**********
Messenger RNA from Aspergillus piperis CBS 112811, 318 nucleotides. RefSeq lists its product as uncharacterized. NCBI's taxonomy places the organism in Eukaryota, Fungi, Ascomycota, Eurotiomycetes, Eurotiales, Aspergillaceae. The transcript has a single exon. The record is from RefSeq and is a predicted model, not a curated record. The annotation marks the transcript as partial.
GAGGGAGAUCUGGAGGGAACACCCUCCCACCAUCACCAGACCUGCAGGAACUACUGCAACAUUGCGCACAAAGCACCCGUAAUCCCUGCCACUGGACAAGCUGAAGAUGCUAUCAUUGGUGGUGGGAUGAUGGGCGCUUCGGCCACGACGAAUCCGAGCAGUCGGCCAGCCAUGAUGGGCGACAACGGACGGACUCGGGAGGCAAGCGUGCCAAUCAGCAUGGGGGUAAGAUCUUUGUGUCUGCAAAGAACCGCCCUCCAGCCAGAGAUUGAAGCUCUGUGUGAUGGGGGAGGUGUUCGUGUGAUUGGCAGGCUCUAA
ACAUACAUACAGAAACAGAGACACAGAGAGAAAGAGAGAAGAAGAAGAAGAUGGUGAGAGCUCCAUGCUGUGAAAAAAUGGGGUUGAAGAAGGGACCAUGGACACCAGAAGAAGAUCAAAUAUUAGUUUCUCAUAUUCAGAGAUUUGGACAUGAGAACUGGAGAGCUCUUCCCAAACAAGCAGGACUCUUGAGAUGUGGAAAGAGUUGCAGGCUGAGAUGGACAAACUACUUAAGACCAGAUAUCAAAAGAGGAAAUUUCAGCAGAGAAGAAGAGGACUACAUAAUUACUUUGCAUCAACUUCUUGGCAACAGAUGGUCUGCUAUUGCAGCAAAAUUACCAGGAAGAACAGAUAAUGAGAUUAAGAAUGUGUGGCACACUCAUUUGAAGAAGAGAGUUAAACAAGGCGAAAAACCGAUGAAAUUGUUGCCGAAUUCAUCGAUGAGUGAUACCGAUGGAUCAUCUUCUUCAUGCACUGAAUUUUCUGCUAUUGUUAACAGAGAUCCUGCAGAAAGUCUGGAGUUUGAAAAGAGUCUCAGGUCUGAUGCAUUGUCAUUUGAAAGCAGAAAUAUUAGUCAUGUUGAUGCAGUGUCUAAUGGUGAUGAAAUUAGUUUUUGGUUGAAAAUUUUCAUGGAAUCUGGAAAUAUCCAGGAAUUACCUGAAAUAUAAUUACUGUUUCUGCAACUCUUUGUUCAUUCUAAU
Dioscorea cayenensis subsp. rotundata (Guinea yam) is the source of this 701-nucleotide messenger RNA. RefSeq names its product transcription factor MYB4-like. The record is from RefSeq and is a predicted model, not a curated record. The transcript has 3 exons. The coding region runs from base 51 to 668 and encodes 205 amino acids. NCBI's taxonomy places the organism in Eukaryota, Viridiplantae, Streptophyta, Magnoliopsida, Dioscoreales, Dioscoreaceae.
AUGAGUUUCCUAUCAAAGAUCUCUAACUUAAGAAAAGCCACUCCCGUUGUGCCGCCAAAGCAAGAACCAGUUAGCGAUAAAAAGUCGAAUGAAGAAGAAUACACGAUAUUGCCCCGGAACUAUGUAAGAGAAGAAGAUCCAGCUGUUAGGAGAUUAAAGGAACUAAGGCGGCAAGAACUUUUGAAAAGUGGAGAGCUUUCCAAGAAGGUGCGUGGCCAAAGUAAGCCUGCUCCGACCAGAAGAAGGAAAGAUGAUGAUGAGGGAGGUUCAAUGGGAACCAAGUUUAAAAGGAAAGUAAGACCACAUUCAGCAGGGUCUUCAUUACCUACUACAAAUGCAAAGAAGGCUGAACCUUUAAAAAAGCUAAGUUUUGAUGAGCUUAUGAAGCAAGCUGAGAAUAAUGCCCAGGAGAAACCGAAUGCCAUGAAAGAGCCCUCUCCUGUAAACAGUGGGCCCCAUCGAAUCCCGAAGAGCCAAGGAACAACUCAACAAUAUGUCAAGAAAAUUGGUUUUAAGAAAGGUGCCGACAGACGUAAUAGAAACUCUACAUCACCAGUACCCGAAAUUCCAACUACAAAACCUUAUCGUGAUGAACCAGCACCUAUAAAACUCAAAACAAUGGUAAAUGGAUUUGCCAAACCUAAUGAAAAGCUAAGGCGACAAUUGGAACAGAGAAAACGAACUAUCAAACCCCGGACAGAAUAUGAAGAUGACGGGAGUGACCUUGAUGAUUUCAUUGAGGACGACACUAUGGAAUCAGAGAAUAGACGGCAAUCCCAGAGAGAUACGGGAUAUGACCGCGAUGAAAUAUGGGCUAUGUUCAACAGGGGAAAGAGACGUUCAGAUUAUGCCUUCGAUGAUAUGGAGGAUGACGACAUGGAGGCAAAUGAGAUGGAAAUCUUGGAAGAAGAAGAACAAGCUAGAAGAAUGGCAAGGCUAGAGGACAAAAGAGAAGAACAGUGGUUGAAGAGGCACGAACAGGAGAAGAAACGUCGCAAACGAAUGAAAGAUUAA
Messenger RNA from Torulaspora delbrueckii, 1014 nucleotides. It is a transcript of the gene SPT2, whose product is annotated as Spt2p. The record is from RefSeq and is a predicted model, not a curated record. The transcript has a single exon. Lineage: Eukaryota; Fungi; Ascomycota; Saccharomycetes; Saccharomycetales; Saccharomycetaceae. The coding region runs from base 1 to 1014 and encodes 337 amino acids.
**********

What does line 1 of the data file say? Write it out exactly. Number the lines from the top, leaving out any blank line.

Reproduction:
Messenger RNA from Aspergillus piperis CBS 112811, 318 nucleotides. RefSeq lists its product as uncharacterized. NCBI's taxonomy places the organism in Eukaryota, Fungi, Ascomycota, Eurotiomycetes, Eurotiales, Aspergillaceae. The transcript has a single exon. The record is from RefSeq and is a predicted model, not a curated record. The annotation marks the transcript as partial.